Having planned to take part in #ADayStillStanding with Still Standing Magazine, but unsure how my Monday would look, I was surprised to find myself at my laptop in the early hours of 8th October reflecting on the movie First Man which I had only just seen at the Zurich Film Festival.
Damien Chazelle’s film focuses on Neil Armstrong’s time at NASA and the journey to the moon as seen through his eyes, giving a personal and unique insight into the man and the times. Armstrong’s family were involved in developing the script and extensive research was done so as to depict the behind-the-scenes reality of space travel. Expecting to be transported to the moon and back, to lose myself in cinematic adventure amongst the fuel-charged rocket-ships of the 60s, I was shocked to find that I was thrown back into my grief within minutes of the opening scene.
And that’s because grief never leaves me, so it’s there to catch me when I fall.
This unusual film, depicting the heroes of space and their shaky, mechanical contraptions that jettisoned them away from Earth’s gravity, also showed the audience a side to Armstrong that few know about: his relationship to his family and his grief following the death of his young daughter from cancer. As I watched Ryan Gosling and Claire Foy hold each other whilst their little girl was subjected to radiation, my heart squeezed tight and pushed my grief right back into my veins. Immediately, the flying rockets so beautifully depicted by Chazelle seemed bizarrely irrelevant to what in my opinion was the real story – the loss of a child and the protagonist’s realisation that whatever came thereafter would be over-shadowed by this devastating event. I felt a disconnect with the excitement and tension of the plot that seemingly the other members in the audience were attuned to. By the time the daughter’s casket was lowered into the ground I needed no reminding that my son lay dead in a cemetery but a mere 15 minutes away from where we all sat.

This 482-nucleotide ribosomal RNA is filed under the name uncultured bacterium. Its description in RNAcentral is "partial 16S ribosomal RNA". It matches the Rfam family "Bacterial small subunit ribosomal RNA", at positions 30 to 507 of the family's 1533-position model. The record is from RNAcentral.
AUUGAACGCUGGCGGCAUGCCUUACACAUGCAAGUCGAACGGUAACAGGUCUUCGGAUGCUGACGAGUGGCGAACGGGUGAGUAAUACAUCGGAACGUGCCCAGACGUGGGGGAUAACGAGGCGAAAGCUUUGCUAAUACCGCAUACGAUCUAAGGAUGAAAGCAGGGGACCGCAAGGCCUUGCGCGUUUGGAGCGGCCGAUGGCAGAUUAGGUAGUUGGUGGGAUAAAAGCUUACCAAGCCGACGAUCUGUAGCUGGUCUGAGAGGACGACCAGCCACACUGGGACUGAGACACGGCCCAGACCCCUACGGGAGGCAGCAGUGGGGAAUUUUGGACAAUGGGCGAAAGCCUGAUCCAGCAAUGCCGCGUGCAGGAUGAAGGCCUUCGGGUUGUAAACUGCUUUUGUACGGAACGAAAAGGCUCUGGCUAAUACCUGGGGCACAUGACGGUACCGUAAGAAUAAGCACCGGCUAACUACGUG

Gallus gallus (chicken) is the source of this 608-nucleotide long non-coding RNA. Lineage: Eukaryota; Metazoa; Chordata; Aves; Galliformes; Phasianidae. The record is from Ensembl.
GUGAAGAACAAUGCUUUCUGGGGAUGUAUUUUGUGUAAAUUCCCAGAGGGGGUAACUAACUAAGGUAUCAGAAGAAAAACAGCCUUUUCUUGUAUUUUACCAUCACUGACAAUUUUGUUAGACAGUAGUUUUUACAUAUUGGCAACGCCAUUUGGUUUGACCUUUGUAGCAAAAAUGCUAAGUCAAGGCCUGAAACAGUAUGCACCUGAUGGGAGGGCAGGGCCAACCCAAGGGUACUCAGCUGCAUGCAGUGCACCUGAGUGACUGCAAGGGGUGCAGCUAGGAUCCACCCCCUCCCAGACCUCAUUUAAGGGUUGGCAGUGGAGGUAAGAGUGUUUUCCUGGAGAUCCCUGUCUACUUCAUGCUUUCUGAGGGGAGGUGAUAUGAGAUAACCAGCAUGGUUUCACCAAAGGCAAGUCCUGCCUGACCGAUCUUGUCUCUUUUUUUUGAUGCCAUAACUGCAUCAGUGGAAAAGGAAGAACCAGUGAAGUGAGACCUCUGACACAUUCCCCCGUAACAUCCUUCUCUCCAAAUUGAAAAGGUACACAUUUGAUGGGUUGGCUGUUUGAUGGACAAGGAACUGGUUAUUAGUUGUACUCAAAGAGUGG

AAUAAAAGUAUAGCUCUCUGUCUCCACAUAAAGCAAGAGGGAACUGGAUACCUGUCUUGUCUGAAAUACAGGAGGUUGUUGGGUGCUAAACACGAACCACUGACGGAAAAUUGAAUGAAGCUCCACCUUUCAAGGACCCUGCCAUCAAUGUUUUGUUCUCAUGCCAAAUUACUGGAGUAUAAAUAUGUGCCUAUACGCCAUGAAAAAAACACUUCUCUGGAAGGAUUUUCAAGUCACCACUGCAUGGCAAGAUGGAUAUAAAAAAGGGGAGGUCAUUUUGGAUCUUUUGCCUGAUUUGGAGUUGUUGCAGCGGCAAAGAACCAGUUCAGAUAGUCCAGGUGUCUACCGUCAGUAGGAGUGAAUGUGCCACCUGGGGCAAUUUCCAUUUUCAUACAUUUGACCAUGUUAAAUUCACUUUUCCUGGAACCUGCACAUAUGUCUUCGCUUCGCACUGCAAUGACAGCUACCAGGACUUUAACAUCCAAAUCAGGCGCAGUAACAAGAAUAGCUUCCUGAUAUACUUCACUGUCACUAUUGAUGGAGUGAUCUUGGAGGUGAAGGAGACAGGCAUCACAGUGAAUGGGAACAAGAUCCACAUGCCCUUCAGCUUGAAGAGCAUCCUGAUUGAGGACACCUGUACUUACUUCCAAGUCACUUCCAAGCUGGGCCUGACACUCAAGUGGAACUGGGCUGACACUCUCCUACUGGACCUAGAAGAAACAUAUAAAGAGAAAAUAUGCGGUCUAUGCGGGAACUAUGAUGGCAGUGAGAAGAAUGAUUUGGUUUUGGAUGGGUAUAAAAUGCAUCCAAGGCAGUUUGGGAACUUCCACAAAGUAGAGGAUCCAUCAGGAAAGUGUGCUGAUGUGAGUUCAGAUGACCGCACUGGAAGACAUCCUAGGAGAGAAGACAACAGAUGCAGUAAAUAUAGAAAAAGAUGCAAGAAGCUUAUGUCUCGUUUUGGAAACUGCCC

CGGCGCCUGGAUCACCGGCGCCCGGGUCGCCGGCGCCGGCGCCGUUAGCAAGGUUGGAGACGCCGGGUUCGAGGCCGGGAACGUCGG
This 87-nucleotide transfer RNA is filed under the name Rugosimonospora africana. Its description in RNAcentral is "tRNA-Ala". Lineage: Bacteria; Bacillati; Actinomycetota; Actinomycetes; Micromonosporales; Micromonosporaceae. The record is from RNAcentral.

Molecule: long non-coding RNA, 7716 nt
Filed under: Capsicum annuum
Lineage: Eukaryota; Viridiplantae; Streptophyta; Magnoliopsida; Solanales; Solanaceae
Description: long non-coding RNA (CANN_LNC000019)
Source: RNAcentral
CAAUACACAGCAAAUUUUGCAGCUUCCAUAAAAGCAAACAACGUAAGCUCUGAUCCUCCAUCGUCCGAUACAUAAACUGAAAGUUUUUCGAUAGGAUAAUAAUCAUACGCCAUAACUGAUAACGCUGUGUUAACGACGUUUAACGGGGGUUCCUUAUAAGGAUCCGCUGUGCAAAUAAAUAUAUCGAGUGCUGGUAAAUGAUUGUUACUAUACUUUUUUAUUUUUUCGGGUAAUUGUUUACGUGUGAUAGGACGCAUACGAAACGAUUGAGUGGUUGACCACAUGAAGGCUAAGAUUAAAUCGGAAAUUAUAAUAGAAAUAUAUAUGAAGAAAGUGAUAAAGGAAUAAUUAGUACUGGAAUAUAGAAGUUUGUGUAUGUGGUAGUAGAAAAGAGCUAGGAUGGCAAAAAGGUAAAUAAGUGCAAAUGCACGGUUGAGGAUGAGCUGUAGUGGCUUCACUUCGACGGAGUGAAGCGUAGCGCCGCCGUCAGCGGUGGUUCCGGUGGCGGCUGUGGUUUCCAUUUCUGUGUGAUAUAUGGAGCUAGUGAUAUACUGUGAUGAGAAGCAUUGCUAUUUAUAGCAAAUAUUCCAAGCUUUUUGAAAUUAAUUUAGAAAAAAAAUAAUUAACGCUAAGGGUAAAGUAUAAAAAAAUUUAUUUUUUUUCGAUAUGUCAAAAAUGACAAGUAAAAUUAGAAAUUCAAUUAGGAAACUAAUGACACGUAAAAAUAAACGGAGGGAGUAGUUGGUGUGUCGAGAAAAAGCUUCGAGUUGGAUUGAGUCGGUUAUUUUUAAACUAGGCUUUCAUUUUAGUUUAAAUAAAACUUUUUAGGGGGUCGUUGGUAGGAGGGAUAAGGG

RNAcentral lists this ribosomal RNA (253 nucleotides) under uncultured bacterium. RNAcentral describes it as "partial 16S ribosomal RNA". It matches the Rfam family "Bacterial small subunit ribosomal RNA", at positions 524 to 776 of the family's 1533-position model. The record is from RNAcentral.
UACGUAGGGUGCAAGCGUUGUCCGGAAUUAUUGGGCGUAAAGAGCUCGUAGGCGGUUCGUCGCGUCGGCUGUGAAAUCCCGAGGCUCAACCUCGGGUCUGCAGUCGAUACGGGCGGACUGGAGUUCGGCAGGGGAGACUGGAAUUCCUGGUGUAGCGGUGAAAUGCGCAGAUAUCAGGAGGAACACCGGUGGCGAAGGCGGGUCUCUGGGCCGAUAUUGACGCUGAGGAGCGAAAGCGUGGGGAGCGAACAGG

Armstrong and his wife got on with life, and like them, so must I. There is little choice in this matter. I manage my life, participate in events, interact with others, visibly move forward. Yet all these things don’t for one minute take away the catastrophic and all-encompassing grief which resides in my heart. It is there, whatever the time of day, every second of my existence, ready to make itself felt more strongly, sometimes more gently, but there all the same. The reality is, in the face of such great loss, not even walking on the moon can make us forget the love for our child and the grief we’ll endure the rest of our lives.
© Katja Faber 2018